22nd November 2022
Compliance Stuff is at the end of my daily missive.
Crypto staking part 2 looks at the centralized world of cryptocurrency exchanges.
Rumors of the imminent demise of Genesis Global Trading are weighing heavily on crypto prices. There are even concerns about its parent company DCG (Digital Currency Group). There is no reasonable prospect of a recovery in the price of BTC whilst the solvency of such a prominent player is called into question.
Curious Cryptos’ Commentary — Crypto staking part 2 — centralised vs decentralised
Crypto staking comes in two key varieties — centralized and decentralized staking.
Both have their advantages, and both have disadvantages. Staking in a centralized way is by far the simplest option, though it does come with its own unique risks. We will look at the centralized world today.
Most, if not all, centralized cryptocurrency exchanges will reward you for depositing and storing your cryptos on that exchange. For example, this is what Coinbase is offering as of today:
I should point out that certainly in the case of ETH, and probably for XTZ (Tezos). ALGO (Algorand), and ATOM (Cosmos), that Coinbase is staking your deposit in a decentralised way outside of the Coinbase environment. But for now, don’t worry about this wrinkle — later in this week’s guide to crypto staking, all will become clear, I promise.
Binance offers a product known as “Simple Earn”:
You deposit any one of a multitude of coins into one of the programs with the choice of tying up the funds for a specific period or retaining the flexibility to remove funds with no notice. The former attracts a much higher rate of interest — AXS (Axie Infinity) is paying over 50% APR right now for a 90-day lock-up period, but it has been over 100% in the recent past.
Again, for AXS, Binance are themselves staking your coins externally to the Binance ecosystem in a decentralised manner, taking a cut on the trade.
For most of the coins for which Binance Simple Earn pays a few percentage points of APR then this is simply a marketing ploy by Binance to attract customer deposits.
And all the other centralized cryptocurrency exchanges will work in a similar fashion, with wildly different rates across all coins.
The question that you are keen to ask is this — what are the risks?
The most important risk is a simple one. As exemplified by the recent fraudulent fiasco at FTX, if the exchange on which you deposit your coins goes bust — or is hacked as was the case with Mt. Gox all those years ago — you will lose up to 100% of your crypto holdings, and any coins that you expect to get back will not be paid to you for years or even decades to come.
There were several reasons why FTX has gone belly-up but one thing we have learned is that customer deposits were loaned to Alameda Research, a sister company that was a hedge fund, and a very badly run one at that. I suspect that many other similar businesses do the same.
I have often repeated that you should never store more than 5-10% of your crypto stash on a centralized exchange, and that you should only ever use Coinbase or Binance when you do so.
A corollary to that risk above recently engulfed those who had participated in Gemini’s Earn programme, as reported in the CCC on 17th November 2022:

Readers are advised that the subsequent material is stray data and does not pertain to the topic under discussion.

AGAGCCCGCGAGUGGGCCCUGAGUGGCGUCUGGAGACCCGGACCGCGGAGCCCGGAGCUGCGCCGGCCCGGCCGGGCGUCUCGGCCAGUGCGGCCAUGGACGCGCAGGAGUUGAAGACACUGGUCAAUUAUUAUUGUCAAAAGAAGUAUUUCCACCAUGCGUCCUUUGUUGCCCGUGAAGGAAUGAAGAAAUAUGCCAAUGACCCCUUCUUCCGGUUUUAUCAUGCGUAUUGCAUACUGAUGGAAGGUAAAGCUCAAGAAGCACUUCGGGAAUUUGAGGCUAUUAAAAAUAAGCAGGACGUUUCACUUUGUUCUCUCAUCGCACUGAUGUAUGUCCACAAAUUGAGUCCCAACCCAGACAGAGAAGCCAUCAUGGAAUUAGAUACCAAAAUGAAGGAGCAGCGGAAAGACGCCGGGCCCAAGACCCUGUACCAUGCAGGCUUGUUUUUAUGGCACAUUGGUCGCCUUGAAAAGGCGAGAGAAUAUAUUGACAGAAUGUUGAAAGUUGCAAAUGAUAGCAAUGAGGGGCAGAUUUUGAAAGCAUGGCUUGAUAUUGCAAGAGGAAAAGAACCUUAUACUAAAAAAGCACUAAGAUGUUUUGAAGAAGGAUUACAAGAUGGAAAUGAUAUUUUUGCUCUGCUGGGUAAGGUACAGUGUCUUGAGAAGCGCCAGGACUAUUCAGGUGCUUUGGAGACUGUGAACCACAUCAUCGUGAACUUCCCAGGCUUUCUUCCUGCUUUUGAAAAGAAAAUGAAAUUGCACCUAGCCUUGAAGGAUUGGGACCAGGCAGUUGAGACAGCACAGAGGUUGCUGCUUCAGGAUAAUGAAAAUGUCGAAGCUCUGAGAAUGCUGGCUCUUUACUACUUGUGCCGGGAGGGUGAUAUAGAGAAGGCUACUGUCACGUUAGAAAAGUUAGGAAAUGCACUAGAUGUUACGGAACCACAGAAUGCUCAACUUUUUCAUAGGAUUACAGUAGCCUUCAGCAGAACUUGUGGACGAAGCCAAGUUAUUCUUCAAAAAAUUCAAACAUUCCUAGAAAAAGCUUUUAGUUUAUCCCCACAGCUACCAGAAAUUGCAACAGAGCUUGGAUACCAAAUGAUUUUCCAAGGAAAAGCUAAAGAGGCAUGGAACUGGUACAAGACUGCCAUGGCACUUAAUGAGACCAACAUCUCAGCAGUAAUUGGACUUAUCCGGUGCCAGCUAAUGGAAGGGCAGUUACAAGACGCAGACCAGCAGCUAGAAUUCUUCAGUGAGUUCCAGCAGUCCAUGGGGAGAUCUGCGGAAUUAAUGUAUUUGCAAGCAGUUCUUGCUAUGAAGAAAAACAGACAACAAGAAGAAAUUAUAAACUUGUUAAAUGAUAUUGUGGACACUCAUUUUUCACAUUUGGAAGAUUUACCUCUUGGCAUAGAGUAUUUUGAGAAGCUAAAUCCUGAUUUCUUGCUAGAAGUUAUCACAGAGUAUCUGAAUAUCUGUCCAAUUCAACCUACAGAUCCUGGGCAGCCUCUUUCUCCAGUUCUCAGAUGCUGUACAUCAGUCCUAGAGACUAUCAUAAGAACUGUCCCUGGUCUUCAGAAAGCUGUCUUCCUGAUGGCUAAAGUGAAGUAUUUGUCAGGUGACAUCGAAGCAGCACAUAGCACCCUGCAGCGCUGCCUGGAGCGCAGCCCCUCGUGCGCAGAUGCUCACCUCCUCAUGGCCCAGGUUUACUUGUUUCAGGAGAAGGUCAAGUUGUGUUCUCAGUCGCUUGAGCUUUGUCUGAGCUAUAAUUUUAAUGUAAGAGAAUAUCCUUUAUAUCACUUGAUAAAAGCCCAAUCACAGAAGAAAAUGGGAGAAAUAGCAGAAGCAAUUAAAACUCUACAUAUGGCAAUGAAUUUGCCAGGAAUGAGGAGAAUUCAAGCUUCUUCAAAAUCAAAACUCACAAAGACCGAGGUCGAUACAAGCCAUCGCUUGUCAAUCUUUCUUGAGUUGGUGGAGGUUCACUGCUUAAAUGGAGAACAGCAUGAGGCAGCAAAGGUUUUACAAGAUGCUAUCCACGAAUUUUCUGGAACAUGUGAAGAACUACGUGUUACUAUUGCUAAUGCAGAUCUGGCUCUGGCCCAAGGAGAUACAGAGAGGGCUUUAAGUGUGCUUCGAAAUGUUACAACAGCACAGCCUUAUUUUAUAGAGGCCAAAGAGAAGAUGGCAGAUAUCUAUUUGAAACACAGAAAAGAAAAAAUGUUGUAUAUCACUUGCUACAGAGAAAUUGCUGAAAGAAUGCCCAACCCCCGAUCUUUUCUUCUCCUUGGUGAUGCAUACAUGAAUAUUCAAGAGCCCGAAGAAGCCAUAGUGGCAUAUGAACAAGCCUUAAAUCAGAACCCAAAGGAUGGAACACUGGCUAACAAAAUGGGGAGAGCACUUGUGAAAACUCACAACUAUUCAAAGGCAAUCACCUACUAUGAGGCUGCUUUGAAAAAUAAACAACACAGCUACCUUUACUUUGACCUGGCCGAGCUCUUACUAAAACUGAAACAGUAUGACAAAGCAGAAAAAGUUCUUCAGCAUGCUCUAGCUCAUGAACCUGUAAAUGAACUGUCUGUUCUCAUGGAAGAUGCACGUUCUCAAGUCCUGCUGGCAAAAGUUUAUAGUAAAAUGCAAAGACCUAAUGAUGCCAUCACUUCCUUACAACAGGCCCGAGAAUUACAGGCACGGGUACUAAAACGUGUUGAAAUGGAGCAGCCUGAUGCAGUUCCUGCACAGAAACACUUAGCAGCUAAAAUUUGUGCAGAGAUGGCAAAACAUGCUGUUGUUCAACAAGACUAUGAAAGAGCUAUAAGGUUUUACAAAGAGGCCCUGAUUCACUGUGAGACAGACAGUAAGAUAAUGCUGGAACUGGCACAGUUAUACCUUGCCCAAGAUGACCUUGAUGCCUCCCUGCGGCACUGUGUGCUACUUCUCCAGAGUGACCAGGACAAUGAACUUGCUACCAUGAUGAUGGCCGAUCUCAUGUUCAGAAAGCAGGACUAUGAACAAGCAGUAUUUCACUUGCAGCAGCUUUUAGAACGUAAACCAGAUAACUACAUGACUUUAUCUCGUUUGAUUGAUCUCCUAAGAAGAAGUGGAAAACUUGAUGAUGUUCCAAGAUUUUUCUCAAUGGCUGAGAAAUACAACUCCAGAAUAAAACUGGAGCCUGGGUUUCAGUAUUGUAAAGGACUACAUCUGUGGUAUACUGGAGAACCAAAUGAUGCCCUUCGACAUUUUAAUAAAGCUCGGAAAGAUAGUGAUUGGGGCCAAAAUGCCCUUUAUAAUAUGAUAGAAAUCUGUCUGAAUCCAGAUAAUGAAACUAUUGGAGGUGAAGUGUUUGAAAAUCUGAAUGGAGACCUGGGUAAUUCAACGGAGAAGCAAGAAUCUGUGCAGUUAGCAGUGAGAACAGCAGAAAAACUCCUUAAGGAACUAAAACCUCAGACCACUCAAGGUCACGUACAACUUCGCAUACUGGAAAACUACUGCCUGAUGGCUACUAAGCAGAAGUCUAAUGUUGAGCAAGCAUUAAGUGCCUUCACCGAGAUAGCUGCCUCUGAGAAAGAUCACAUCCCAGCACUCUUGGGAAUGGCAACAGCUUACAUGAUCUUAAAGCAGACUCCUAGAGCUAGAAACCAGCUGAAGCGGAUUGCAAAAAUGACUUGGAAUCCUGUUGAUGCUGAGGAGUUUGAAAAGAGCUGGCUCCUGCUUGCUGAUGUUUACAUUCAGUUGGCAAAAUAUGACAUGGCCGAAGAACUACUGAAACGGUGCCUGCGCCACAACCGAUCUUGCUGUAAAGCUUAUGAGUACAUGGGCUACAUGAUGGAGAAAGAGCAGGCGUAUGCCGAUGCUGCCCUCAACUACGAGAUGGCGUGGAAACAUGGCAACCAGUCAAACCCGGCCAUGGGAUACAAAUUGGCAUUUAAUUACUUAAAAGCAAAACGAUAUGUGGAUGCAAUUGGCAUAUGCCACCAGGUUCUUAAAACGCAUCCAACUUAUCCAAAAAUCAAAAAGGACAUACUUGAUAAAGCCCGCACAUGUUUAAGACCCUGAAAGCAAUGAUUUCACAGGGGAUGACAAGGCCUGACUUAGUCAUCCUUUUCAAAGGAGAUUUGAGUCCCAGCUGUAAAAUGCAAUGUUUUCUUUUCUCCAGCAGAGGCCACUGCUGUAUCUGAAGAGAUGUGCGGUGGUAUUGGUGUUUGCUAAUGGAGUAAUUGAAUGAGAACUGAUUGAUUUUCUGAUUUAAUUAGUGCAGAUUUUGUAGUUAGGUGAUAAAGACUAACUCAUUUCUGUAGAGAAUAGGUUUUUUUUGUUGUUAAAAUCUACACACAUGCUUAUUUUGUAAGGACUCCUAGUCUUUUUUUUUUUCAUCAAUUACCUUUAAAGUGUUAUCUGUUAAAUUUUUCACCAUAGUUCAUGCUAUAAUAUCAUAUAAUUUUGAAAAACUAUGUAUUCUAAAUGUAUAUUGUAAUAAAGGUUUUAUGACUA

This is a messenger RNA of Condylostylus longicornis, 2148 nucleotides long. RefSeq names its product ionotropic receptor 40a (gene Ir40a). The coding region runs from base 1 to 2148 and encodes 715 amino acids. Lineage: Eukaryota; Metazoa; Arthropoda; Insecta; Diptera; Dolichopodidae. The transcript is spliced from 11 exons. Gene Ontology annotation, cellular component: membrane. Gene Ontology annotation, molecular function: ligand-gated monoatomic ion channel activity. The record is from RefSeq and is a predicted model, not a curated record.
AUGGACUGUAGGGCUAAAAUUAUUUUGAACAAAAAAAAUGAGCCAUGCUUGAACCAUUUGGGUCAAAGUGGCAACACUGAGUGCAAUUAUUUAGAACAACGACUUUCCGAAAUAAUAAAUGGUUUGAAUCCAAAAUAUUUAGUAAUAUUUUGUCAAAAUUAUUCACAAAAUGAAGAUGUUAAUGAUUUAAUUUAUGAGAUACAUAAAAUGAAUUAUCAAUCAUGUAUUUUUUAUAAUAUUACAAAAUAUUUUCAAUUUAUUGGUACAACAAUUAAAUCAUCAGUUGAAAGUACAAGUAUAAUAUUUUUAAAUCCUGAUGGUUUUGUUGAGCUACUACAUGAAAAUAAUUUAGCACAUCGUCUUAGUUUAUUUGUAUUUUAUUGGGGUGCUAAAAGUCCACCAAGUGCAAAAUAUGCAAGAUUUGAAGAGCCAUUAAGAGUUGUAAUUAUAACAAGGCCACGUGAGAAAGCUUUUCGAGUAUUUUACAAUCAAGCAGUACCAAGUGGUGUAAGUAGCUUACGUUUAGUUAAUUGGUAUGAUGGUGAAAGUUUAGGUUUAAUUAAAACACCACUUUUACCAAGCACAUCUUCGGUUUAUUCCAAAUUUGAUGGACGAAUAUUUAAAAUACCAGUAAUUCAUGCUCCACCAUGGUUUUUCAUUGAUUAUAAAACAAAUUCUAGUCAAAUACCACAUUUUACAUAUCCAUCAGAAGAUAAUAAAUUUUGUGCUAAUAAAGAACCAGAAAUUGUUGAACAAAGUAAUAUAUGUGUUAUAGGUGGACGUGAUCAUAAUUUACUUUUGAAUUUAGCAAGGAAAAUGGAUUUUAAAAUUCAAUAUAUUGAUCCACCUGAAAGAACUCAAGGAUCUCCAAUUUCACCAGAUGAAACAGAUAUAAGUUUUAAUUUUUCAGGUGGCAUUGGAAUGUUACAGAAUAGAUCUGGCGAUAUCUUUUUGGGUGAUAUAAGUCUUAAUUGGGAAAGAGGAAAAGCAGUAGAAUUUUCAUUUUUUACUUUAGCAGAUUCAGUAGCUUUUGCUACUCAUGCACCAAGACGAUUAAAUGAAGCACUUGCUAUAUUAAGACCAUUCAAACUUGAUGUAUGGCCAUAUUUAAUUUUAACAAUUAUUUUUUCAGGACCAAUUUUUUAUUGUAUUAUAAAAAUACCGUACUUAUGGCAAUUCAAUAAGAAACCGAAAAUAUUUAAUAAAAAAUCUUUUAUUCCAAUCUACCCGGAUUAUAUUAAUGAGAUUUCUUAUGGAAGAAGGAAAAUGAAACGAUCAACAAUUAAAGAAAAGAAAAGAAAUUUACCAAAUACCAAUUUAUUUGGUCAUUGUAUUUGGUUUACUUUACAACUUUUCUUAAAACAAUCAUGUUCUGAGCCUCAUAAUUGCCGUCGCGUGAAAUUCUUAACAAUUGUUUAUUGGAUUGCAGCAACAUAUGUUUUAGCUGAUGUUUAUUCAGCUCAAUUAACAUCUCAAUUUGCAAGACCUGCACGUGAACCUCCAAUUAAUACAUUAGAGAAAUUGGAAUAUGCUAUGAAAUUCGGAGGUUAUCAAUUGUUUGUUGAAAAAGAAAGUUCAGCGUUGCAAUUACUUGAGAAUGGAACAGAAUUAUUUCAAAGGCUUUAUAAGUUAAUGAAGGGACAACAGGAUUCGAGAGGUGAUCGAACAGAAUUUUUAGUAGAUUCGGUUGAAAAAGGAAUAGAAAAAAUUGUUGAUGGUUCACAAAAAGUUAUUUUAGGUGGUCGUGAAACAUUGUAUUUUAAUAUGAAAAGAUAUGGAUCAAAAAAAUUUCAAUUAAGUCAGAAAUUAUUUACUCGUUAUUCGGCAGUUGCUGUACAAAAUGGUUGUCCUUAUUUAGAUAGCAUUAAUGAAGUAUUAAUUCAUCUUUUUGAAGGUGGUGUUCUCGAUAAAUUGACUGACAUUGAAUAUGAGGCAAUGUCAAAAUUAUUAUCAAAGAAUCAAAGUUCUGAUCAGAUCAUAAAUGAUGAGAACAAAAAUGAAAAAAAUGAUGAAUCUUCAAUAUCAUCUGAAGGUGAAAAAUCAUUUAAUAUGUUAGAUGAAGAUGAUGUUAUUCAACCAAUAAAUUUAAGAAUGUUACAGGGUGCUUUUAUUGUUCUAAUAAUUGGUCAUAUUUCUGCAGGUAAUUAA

Gemini is a centralized cryptocurrency exchange founded by the Winklevoss twins, who previously tried to claim copyright ownership over Facebook.
Gemini had a partnership with Genesis Global Capital to lend customers’ funds to earn a return for their clients under a program called “Earn”. Those funds are now frozen, Gemini put out a statement:
“We are aware that Genesis Global Capital, LLC (Genesis) — the lending partner of the Earn program — has paused withdrawals and will not be able to meet customer redemptions within the service-level agreement (SLA) of 5 business days. We are working with the Genesis team to help customers redeem their funds from the Earn program as quickly as possible.”
This means that even though Gemini is still fully functional — at least for now — a material proportion of their retail clients’ funds are now inaccessible with no visibility on when that situation might change.”
Subscribers to the Gemini Earn program signed Ts & Cs that explicitly stated that their funds would be loaned out. I find it extraordinary that anyone would even contemplate entering into such an agreement. Anyone who did so does not have the merest inkling or understanding of risk management.
If you were to ask me what proportion of my crypto holdings are being staked on Coinbase or Binance, the answer is very simple.
Precisely zero, as I believe the risks outweigh the potential rewards, but that is a personal decision — you must make your own mind up. The only coins I hold at Coinbase or Binance are for trading purposes or as a short-term speculative bag, everything is held in cold storage for the long-term.
Trigger alert warning — if any reader feels that they are “literally shaking” (as claimed by a Durham student who cannot emotionally cope with a different point of view) after reading my commentary, then I can only suggest you don’t read, or don’t shake. It’s up to you.
Cryptos — none of my commentary should be seen as a recommendation to get involved in cryptos. I might be talking complete nonsense without knowing it. Any crypto investments must be viewed as extremely high risk and treated as if they are worth zero until sold.
Stocks — just to make it clear this is not a stock advisory service. The CCC team does not provide financial advice in any way at all. Any reference to asset prices in this commentary are there to simply give context to the commentary and to give color to the performance of certain stocks related to cryptos.
For the avoidance of doubt, this newsletter is not an incitement to buy cryptos, buy stocks, or even to sell family members in the hope of buying cryptos or stocks.
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